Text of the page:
REVIEW PAPER
Allergy to Hymenoptera venoms
 
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1
Chair and Department of Pedagogy and Nursing Didactics, L. Rydygier Collegium Medicum, Bydgoszcz, Poland; Nicolaus Copernicus University, Torun, Poland
2
Student Science Circle, Public Health Department, Collegium Medicum, Bydgoszcz, Poland; Nicolaus Copernicus University, Torun, Poland
3
Chair and Clinic of Rehabilitation, L. Rydygier Collegium Medicum, Bydgoszcz, Poland; Nicolaus Copernicus University, Torun, Poland
4
Department of Respiratory Medicine and Tuberculosis, L. Rydygier Collegium Medicum, Bydgoszcz, Poland; Nicolaus Copernicus University, Torun, Poland
CORRESPONDING AUTHOR
Hanna Trzcinska   

Chair and Department of Pedagogy and Nursing Didactics, Nicolaus Copernicus University in Torun, Ludwik Rydygier Collegium Medicum in Bydgoszcz, Techników 3, 85-801 Bydgoszcz, Poland
 
J Pre Clin Clin Res. 2013;7(1):13–18
KEYWORDS
ABSTRACT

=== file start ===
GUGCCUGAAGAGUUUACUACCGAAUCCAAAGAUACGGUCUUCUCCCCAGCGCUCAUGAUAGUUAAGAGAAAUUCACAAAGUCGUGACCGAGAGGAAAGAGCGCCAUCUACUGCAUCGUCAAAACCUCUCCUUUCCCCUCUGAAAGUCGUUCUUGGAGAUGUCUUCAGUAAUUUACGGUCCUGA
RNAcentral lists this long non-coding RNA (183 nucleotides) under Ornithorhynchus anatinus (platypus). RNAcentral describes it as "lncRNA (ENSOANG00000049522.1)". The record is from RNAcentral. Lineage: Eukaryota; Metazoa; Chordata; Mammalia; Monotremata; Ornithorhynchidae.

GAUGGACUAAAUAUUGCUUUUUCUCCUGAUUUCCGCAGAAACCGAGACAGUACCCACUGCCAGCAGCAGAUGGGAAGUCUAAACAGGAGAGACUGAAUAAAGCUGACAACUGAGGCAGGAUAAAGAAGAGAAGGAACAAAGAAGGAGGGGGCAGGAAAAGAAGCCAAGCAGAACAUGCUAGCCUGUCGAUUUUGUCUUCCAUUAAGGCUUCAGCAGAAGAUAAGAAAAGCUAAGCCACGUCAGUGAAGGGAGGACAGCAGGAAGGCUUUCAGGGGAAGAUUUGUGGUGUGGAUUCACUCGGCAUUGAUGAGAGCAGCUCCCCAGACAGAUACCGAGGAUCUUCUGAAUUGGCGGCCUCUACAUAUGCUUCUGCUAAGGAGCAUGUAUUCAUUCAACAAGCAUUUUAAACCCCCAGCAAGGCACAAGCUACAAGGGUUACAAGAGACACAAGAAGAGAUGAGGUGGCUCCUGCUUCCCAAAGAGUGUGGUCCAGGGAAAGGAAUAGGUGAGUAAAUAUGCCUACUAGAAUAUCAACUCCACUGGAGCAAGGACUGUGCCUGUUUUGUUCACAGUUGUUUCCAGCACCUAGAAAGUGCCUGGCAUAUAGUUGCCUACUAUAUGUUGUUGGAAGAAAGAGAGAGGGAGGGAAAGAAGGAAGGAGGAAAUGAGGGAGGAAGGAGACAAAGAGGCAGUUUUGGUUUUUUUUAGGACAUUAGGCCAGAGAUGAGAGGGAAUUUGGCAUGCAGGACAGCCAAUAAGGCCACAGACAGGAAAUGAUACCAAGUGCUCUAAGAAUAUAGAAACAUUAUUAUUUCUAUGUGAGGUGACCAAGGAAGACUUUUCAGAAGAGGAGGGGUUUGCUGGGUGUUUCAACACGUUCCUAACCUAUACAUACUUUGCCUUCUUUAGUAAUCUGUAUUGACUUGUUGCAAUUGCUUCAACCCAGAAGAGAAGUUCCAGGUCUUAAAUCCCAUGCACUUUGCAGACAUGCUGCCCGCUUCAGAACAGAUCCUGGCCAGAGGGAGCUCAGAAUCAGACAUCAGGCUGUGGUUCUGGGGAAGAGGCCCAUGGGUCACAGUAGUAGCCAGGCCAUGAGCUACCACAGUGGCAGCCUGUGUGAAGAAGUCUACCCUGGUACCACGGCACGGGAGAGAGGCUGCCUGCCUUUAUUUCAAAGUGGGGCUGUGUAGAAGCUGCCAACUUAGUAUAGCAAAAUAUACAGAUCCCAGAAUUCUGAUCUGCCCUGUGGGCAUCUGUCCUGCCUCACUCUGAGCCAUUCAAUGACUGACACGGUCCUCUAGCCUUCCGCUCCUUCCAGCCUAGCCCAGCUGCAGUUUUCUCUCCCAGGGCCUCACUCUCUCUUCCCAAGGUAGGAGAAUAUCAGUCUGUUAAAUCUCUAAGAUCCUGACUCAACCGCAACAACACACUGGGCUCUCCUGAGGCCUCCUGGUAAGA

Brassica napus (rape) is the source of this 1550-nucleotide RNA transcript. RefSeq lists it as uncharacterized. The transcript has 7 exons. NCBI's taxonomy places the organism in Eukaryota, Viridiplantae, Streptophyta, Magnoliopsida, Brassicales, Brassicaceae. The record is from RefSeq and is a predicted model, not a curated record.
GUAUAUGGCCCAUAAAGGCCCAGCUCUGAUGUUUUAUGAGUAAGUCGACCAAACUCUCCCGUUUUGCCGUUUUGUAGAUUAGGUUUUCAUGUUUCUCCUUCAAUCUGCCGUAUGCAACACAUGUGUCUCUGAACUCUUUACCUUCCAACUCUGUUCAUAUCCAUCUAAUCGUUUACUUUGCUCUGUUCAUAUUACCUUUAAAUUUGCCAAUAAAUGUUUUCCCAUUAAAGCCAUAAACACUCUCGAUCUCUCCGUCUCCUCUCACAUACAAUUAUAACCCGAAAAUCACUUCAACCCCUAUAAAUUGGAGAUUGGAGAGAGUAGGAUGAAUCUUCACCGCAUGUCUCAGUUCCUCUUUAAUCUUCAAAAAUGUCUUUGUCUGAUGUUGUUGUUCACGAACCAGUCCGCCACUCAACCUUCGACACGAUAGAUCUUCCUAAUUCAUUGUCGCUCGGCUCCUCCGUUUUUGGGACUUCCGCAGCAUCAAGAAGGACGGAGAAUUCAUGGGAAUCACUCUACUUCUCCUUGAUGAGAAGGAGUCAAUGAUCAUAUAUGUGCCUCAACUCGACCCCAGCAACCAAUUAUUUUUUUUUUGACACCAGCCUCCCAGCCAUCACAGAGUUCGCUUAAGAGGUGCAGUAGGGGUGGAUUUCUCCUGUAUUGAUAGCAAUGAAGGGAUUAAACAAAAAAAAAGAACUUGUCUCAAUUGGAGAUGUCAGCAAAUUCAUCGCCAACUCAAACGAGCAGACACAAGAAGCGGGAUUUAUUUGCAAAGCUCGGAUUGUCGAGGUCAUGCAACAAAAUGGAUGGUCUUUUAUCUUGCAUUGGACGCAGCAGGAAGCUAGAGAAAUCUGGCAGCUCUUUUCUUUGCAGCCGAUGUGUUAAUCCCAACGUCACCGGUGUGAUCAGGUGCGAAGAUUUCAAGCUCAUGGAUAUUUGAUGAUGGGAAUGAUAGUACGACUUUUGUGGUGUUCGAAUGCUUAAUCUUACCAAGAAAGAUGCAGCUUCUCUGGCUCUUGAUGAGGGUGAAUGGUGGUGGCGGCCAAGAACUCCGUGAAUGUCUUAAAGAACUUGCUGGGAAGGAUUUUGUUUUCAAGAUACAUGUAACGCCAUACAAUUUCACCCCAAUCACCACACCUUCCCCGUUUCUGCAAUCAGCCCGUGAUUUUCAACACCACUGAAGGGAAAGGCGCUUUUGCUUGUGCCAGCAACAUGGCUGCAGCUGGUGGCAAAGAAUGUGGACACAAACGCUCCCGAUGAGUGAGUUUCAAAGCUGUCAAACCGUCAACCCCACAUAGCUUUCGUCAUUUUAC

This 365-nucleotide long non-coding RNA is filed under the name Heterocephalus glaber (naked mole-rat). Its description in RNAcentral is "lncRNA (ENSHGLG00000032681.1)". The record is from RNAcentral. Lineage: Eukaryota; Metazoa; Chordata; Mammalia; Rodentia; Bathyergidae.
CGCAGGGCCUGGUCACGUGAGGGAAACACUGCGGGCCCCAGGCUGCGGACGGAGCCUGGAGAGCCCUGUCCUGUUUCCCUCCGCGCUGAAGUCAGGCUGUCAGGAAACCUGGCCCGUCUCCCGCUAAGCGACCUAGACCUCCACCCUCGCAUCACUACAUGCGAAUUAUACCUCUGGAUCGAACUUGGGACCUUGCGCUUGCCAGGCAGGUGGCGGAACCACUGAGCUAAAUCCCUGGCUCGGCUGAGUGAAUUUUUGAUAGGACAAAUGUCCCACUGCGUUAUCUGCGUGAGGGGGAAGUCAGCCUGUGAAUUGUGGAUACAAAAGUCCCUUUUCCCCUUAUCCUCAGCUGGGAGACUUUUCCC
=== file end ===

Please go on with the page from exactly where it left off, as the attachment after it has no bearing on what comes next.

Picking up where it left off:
Introduction:
Objective The aim of this study was to analyze current evidence regarding allergy to Hymenoptera venoms.

Brief review:
The Hymenoptera species, which are most important in the context of venom allergy, include the common wasp (Vespula vulgaris), German wasp (Vespula germanica), and the honey bee (Apis mellifera). Depending on the population, systemic allergic reactions occur in 1.5–8.9% of cases. Every year, anaphylactic reactions cause about 40 deaths in the United States and approximately 100 deaths in Europe. Although venoms of various insects differ in terms of their antigen composition, they can show cross-reactivity. Allergic reactions are classified as local or systemic. The IgE-dependent reaction constitutes the most frequent mechanisms responsible for insect venom hypersensitivity. Diagnosis of hypersensitivity is mostly based on history and positive results of skin tests and/or the presence of specific IgE in serum. Intramuscular injection of adrenaline is the procedure of choice in the case of anaphylactic reaction. Immunotherapy has an established the efficacy in the prevention of an anaphylactic reaction in individuals who are sensitive to Hymenoptera venoms. At present, recombinant antigens are being studied in order to improve the safety and effectiveness of diagnosis and therapy.

 
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